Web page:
Simply, to abandon a claim that is in-progress.
Only a plaintiff can file a discontinuance and he or she can do so over the objection of the defendant.
In Young v Valcourt, the defendant tried to stop the plaintiff from discontinuing after the examinations for discovery deflated the plaintiff's case, hoping to get extra costs if given a chance to defeat the claim at trial. Justice Tyrwhitt-Drake noted that:
"The plaintiff is the master of this litigation, and may proceed or not as he chooses. He is therefore entitled to the order he seeks. If the defendant has some claim against him, her remedy is not in this action, which is now at an end."
The common law and today, each jurisdiction provides, in some fashion, for an organized retreat from litigation. In British Columbia, by way of example, the rules related to a discontinuance are set out in the British Columbia Rules of Court, at §36, and are very similar to the Civil Procedure Rules in Great Britain1:
"At any time before an action is set down for trial, a plaintiff may discontinue it in whole or in part against a defendant by filing and delivering a notice of discontinuance ... to each party of record.
After an action has been set down for trial, a plaintiff may discontinue it in whole or in part against a defendant with the consent of all parties of record or by leave of the court.
... a person wholly discontinuing an action ... shall pay the costs of that party to the date of delivery of the notice of discontinuance...."
The peculiarity of a discontinuance is that it does not mean that an identical action cannot be started by the same plaintiff at some future date. Although the statutes or court rules of each jurisdiction may differ, the following from the 2009 Ontario court rules (§23.04) is standard:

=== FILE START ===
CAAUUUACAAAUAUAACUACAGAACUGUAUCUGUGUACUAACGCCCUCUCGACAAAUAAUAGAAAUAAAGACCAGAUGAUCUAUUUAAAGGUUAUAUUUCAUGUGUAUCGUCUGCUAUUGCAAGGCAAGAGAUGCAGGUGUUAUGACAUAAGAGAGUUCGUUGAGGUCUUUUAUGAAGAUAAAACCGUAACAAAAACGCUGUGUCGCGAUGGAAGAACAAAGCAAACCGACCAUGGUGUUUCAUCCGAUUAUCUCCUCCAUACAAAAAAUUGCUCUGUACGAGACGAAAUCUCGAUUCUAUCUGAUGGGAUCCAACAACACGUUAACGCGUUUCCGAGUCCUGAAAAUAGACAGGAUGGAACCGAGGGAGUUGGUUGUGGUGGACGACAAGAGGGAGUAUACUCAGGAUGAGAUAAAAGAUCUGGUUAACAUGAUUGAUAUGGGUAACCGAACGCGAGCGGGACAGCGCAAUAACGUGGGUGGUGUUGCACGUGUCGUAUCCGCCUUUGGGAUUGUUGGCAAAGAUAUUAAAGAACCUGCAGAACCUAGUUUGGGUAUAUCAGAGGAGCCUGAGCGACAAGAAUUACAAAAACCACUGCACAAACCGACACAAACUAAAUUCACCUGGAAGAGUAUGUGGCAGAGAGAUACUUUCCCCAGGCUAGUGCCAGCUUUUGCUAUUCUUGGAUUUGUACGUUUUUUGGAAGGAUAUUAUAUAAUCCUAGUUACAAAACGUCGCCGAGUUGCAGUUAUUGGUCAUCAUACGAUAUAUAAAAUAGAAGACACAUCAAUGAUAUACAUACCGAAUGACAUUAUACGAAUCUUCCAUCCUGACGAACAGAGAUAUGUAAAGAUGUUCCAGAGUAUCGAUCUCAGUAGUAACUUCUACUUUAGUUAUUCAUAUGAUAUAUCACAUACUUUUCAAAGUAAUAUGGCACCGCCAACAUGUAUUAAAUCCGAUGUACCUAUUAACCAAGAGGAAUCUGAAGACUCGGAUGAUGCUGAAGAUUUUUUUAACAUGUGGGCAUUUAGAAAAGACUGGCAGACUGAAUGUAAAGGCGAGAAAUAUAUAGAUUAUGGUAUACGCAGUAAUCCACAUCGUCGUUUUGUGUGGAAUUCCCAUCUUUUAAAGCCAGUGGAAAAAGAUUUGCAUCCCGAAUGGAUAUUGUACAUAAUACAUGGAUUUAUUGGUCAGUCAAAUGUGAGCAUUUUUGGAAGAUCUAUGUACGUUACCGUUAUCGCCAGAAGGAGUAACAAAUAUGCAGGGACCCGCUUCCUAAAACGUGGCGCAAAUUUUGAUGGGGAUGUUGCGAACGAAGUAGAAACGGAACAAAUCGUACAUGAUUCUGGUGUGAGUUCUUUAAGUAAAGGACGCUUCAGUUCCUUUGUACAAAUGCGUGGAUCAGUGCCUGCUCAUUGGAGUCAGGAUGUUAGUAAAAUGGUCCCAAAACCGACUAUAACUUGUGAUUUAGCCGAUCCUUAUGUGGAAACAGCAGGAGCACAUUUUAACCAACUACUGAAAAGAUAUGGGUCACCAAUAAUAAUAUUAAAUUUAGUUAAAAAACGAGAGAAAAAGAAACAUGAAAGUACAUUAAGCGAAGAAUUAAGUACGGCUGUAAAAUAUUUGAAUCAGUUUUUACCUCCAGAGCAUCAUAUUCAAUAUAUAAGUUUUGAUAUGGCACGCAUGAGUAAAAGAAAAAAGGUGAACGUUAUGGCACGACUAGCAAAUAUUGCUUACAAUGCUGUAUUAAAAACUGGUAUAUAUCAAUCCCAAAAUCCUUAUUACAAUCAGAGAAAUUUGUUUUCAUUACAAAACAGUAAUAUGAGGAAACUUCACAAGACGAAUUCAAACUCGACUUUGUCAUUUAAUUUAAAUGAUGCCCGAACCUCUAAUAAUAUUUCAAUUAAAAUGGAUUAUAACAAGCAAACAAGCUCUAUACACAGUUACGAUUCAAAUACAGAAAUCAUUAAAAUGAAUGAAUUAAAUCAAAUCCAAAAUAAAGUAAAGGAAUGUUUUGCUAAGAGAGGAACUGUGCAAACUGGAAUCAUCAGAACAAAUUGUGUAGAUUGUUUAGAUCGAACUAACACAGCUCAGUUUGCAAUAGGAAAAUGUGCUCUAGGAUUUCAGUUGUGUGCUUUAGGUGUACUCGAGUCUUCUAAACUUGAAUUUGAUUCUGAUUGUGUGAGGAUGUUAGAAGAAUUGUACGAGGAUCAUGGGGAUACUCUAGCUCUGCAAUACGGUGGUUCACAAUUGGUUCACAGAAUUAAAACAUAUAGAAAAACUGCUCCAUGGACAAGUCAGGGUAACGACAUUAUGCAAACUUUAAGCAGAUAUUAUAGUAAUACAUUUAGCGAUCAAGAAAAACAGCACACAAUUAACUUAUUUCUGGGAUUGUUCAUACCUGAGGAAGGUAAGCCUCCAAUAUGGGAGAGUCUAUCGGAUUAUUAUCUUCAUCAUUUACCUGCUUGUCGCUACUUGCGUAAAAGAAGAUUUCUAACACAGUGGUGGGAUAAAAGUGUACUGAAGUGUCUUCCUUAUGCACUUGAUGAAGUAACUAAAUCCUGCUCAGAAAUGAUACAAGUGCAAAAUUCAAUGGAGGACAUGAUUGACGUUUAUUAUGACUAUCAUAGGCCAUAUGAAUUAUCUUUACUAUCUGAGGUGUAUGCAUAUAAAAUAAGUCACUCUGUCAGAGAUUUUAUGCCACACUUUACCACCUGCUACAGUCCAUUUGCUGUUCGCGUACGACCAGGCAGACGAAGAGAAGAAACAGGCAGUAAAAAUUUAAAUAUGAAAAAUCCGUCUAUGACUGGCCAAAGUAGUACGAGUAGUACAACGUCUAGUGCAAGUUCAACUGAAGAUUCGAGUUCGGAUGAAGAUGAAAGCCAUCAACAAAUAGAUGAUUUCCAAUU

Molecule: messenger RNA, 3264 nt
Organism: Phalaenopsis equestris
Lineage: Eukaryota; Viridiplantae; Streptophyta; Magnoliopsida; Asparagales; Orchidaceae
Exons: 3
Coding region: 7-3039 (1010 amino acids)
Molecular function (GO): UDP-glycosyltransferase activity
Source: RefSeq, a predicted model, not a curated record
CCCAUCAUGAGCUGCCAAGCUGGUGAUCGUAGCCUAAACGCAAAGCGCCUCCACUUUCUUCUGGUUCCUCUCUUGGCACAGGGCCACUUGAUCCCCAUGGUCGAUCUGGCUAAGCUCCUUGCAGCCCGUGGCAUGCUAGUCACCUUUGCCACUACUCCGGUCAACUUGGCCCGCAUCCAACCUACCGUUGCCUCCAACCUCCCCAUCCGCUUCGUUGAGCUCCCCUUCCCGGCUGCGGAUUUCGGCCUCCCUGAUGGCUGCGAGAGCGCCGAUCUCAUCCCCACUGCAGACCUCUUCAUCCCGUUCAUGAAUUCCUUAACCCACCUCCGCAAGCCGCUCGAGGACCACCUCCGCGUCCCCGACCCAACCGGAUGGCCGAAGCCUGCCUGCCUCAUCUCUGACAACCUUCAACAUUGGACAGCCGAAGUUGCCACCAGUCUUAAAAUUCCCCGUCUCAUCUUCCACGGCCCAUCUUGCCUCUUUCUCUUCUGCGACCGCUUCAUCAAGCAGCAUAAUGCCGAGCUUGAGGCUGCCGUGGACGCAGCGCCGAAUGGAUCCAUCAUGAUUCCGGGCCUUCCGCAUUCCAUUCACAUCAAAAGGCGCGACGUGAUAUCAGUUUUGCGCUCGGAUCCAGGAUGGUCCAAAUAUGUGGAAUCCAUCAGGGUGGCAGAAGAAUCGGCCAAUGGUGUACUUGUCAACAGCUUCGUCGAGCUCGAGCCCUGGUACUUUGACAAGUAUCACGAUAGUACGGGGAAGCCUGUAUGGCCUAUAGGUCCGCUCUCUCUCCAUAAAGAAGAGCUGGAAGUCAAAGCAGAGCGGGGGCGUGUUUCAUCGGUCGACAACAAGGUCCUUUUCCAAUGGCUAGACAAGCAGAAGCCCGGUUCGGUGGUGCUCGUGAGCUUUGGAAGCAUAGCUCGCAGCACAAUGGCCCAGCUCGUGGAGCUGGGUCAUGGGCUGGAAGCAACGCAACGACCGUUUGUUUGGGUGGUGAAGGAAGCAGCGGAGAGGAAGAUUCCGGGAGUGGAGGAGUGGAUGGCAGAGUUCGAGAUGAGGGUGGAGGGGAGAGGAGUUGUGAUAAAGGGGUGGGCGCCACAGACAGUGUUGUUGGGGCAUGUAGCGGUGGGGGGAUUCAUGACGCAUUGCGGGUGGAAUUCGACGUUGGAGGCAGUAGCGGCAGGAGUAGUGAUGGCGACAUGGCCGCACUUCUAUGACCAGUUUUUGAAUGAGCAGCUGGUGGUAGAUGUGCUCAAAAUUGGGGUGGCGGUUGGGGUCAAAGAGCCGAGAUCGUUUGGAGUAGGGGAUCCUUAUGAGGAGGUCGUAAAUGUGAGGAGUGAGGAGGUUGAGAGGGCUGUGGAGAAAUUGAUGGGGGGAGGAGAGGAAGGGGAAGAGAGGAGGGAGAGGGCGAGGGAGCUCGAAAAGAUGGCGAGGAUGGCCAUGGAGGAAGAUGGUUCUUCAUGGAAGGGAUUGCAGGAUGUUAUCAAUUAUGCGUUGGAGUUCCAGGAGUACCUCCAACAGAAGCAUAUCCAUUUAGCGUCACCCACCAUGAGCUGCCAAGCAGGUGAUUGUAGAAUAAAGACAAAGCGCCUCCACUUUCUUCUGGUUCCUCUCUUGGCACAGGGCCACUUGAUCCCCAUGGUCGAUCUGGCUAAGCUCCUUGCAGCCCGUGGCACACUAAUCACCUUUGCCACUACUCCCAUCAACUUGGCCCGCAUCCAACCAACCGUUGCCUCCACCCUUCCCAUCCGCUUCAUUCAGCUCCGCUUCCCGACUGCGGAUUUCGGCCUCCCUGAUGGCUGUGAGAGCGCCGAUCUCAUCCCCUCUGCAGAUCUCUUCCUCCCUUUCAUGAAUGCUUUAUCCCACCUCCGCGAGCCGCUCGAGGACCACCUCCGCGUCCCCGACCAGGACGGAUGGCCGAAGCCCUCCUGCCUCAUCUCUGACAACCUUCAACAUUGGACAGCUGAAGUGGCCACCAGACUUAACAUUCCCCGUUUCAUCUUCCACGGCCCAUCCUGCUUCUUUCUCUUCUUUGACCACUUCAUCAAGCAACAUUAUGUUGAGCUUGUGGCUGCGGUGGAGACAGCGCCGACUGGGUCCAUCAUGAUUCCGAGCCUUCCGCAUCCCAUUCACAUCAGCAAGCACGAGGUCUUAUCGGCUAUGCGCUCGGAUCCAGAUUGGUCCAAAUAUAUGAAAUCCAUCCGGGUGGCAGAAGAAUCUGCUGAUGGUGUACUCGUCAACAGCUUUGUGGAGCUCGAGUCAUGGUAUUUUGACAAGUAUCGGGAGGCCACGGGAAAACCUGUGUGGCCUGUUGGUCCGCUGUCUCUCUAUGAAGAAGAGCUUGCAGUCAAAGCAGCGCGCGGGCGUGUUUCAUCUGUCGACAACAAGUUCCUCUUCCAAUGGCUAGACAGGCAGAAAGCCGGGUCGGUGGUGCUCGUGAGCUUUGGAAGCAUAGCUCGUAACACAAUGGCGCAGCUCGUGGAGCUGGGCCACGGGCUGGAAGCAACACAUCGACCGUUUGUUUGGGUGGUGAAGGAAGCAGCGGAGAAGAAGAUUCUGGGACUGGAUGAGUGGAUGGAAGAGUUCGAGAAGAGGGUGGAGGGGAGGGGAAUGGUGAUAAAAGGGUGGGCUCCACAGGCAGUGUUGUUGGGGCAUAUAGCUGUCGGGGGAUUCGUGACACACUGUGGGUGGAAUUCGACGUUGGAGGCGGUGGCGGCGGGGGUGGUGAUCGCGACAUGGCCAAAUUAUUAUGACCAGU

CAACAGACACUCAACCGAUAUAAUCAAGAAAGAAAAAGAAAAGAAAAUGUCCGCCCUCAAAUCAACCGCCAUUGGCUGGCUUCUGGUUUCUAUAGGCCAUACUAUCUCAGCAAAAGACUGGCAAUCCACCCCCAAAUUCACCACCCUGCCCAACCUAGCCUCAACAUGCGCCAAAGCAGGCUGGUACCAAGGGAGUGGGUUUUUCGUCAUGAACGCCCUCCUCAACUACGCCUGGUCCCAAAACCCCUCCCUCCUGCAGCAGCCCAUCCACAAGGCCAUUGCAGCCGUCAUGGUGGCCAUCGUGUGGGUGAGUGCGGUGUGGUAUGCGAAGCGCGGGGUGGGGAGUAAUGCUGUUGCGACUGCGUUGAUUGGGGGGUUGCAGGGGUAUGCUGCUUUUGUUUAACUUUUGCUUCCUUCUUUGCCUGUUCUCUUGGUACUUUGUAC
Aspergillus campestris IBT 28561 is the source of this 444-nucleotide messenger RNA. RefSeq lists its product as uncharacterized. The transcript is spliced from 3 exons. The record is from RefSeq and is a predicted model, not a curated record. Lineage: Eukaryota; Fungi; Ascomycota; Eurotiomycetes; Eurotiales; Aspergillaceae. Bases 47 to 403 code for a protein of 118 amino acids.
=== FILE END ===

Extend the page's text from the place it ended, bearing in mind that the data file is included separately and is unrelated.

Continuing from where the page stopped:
"The discontinuance of all or part of an action is not a defence to a subsequent action, unless the order giving leave to discontinue or a consent filed by the parties provides otherwise."
In Passarini, Justice Harris of the Nova Scotia Supreme Court wrote:
"(Where discontinued) ... the action is not dead for all purposes, but that the Court can make such order as justice requires notwithstanding the discontinuance."
In fact, in Davis, a lawyer erred and accidentally filed a notice of discontinuance in an action! Needless to say, interested parties were soon begging the Court to be relieved of the discontinuance. Justice Rosenberg was sympathetic and granted the application, adding that:
"... in appropriate circumstances where the interests of justice require, the Court has inherent jurisdiction to set aside a notice of discontinuance."
In Mortgage Investment, Justice Clarke wrote:
"By obtaining leave to discontinue he (the plaintiff) is at liberty to litigate all matters in question over again.... By reason of the discontinuance there is no success or defeat on any of the issues."
- Davis v Campbell 9 CPC 2d 48; and also at 54 OR 2d 443 (1986, Ontario Supreme Court, High Court of Justice)
- Duhaime, Lloyd, Civil Litigation and ADR Law
- Duhaime, Lloyd, Legal Definition of Withdrawal
- Halsbury's Laws of England, 4th Ed., Volume 38, "Practice and Procedure" (London: Butterworths LexisNexis, 2001), page 233-243 (note 1).
- Mortgage Investment v Maclean 19 Alta. LR 286; also at (1923) 1 WWR 825 and (1923) 1 DLR 1129 (Alberta Supreme Court, Appellate Division)
- Passarini v Martin 58 NSR 121; and also at (1925) 2 DLR 914
- Rules of Civil Procedure, Revised Regulations of Ontario 1990, Regulation 194
- Stevenson, W. and Côté, J., Civil Procedure Encyclopedia, Volume 2, Chapter 30 "Discontinuance" (Edmonton: Jurileber, 2003).
- Supreme Court Rules (2009), BC Reg. 221/90
- Young v Valcourt (1982) 1 WWR 575 (BCSC)